The waves must be at least 20 feet, which translates to an actual working "wave face heights" of more than 30 feet. Earlier this week, the waves didn't meet the standard.
This weekend's watch has been cancelled for Sunday, Jan. 13 due to storm and high wind conditions.
The meet is limited to 20 of the world's top surfers. Big Wave is also traditional because it requires paddle-in competition. No towing by powered vehicles is allowed.
Lean back, relax, and enjoy the emotional start of a recent Big Wave invitational, and some incredible surfing video.
Fittingly, the first winner was Eddie Aikau's younger brother, Clyde. The mana ws there, Clyde said, as he told of Eddie"s spirit rising to meet him in the lineup in the form of a large turtle, surfacing just before the winning rides.
The first lifeguard at Waimea Bay, Eddie lost his life trying to save others. He was selected to crew the Polynesian Voyaging Society 's second sailing of the Hokule'a on a 30-day, 2500 mile journey following the ancient route of the Polynesian migration between the Hawaiian and Tahitian islands.
About twelves miles out from the island of Molokai, the Hokule'a developed a leak in one of its hulls and capsized. Paddling on his surfboard, In an attempt to get to land to save his crew and the Hokule'a, Eddie paddled toward Lanai on his surfboard.
Ironically, Eddie was the only crew member to perish. A commercial airplane spotted the Hokule'a and the rest of the crew was soon rescued by the U.S. Coast Guard. Eddie was missing at sea. Despite great search efforts Eddie was never seen again.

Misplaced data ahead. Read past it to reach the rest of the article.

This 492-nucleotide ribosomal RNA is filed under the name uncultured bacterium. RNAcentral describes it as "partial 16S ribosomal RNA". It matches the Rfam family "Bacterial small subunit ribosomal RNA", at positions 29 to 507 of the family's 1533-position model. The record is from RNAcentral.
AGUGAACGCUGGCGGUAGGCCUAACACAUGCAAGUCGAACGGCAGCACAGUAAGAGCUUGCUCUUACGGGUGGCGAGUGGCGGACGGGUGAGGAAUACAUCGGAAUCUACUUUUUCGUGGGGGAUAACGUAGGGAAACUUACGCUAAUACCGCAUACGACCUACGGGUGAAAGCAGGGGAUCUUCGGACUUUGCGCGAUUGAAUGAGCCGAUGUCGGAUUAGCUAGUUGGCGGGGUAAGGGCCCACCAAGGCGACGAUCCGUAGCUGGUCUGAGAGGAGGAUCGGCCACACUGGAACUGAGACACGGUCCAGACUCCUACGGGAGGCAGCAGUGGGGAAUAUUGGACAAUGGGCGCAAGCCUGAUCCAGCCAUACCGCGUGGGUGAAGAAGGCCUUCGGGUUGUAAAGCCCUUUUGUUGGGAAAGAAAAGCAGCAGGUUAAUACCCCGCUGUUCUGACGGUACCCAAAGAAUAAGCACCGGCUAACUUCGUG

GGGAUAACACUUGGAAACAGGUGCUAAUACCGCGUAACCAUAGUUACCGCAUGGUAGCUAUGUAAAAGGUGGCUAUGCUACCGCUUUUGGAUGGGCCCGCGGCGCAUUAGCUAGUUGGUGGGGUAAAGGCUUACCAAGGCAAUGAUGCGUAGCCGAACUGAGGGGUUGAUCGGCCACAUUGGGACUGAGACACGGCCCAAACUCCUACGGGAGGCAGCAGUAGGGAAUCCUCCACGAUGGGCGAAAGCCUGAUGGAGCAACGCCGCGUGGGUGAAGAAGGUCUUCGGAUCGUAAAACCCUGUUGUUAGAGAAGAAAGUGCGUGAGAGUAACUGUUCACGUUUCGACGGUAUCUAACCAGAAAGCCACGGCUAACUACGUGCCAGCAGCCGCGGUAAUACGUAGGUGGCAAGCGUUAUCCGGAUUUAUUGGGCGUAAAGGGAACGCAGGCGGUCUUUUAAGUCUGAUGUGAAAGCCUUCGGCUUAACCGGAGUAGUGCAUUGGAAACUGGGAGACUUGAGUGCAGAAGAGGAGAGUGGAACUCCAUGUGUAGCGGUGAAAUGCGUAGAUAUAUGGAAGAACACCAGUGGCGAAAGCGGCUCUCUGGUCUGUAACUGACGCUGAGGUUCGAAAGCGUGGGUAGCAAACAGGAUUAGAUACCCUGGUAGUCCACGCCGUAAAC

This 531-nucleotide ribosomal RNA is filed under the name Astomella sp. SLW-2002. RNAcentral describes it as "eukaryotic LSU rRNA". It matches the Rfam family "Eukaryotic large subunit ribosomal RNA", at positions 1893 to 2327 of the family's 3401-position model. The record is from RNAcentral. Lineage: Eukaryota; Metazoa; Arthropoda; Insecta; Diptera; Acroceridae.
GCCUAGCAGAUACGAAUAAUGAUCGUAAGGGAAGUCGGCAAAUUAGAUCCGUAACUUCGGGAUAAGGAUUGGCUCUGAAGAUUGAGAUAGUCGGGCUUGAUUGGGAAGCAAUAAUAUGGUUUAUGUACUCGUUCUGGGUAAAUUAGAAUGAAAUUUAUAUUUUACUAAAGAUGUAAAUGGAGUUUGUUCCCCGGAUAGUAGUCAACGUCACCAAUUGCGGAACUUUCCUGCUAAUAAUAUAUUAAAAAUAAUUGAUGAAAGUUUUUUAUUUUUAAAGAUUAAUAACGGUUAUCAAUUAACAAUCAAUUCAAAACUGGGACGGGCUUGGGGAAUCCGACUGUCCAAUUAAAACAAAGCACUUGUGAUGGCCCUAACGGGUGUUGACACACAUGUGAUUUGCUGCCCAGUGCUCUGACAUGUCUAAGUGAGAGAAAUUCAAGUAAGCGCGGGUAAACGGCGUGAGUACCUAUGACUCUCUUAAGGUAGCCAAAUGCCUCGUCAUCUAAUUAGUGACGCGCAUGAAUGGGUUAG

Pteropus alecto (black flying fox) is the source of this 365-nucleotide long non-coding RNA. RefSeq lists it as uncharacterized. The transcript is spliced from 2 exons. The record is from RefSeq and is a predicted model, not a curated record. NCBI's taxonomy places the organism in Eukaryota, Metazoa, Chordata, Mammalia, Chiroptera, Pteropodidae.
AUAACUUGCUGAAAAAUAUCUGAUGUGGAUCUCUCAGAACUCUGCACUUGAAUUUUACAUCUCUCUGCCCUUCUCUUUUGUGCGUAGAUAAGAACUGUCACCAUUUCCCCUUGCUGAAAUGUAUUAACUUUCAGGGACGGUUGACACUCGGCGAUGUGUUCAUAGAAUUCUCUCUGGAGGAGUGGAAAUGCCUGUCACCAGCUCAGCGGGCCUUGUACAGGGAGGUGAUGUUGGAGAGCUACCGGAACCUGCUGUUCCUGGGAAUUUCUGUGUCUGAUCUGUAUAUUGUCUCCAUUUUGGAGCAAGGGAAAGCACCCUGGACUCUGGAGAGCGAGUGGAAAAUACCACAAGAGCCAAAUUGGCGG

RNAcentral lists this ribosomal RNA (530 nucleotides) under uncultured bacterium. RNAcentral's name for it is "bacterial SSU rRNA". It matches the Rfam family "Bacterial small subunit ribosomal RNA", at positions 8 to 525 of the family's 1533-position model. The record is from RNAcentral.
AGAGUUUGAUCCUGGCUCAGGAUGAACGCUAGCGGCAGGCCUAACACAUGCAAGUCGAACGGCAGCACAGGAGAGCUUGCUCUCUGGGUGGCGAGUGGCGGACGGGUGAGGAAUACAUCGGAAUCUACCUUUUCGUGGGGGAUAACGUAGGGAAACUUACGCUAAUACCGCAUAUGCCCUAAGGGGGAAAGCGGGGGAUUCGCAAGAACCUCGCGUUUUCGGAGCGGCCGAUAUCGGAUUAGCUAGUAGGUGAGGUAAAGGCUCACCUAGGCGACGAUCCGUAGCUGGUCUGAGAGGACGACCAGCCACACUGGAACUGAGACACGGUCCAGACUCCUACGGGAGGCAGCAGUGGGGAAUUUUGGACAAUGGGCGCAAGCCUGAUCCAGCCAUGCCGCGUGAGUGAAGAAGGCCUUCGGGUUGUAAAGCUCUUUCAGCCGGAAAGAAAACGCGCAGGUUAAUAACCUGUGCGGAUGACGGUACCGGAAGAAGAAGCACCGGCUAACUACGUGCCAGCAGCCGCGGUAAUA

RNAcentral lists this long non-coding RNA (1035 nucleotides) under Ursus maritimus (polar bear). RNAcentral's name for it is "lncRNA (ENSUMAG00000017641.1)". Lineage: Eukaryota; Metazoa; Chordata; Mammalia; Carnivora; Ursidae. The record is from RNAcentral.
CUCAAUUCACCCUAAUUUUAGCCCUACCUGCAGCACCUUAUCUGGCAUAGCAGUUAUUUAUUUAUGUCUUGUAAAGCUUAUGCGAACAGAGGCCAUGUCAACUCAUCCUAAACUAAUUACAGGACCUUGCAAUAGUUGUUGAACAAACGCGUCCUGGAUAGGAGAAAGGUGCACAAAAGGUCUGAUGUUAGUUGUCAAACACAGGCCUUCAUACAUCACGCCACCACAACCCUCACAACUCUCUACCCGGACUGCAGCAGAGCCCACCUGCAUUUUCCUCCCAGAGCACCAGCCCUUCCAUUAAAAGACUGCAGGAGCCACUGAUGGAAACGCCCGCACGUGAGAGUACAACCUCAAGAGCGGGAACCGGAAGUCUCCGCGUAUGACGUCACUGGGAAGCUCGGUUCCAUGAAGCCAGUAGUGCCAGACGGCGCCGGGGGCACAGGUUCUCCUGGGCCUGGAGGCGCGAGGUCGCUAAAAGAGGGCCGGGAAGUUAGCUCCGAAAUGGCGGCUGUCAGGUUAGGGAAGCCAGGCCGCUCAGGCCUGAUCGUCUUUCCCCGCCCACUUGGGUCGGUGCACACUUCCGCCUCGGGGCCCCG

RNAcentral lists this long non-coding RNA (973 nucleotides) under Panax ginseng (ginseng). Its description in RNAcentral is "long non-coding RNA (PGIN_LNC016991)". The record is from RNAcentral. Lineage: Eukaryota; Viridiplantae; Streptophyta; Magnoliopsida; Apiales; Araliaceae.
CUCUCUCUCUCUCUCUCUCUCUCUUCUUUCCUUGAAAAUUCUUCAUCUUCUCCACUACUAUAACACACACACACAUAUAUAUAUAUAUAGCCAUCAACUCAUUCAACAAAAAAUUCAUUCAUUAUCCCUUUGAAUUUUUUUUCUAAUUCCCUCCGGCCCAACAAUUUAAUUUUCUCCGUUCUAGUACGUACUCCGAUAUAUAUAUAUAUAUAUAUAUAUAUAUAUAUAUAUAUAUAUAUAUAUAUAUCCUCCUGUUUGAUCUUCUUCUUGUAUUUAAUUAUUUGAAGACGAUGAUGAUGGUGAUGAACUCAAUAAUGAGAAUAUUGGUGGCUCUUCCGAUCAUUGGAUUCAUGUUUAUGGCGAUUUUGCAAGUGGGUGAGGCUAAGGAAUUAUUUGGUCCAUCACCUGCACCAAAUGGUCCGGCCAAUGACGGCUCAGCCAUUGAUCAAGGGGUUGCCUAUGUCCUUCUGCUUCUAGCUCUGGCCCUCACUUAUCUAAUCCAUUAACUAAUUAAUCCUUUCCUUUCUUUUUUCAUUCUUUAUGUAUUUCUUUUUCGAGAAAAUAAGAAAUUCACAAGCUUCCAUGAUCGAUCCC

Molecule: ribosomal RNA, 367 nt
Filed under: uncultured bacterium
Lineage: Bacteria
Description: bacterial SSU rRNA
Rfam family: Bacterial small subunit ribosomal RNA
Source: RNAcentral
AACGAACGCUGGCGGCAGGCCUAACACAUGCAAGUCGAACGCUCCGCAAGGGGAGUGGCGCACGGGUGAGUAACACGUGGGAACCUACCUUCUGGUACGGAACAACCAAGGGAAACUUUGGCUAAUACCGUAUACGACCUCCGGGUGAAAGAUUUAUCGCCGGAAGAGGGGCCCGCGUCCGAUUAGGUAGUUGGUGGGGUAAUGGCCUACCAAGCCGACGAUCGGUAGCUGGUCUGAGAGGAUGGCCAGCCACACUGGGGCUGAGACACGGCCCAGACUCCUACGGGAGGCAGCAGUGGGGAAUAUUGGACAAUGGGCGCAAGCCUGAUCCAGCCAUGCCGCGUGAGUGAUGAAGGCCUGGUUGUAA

The invitational meet honoring Eddie Aikau's life and spirit is dependent not on man's calendars, but on nature. "The Bay Will Call the Day" surfers and organizers say.
Champions of this event include 7-time world champ Kelly Slater (Florida), Bruce Irons (Kauai, HI), Ross Clarke-Jones (Australia), and Aikau's younger brother Clyde Hawaii). No one has ever won the event twice. Quiksilver is a company originally founded in Australia.
Aikau is also honored through the Eddie Aikau Foundation. The foundation's goals include: "advancing education and community service; supporting ocean-related activities and events; assisting in the preservation and perpetuation of Hawaiian history and culture; and encouraging Hawaiians and visitors alike to respect and contribute to the growth and development of Hawaiian culture. The Foundation strives to inspire people to develop a strong sense of pride in themselves, their heritage and their community through Eddie's remarkable spirit and character "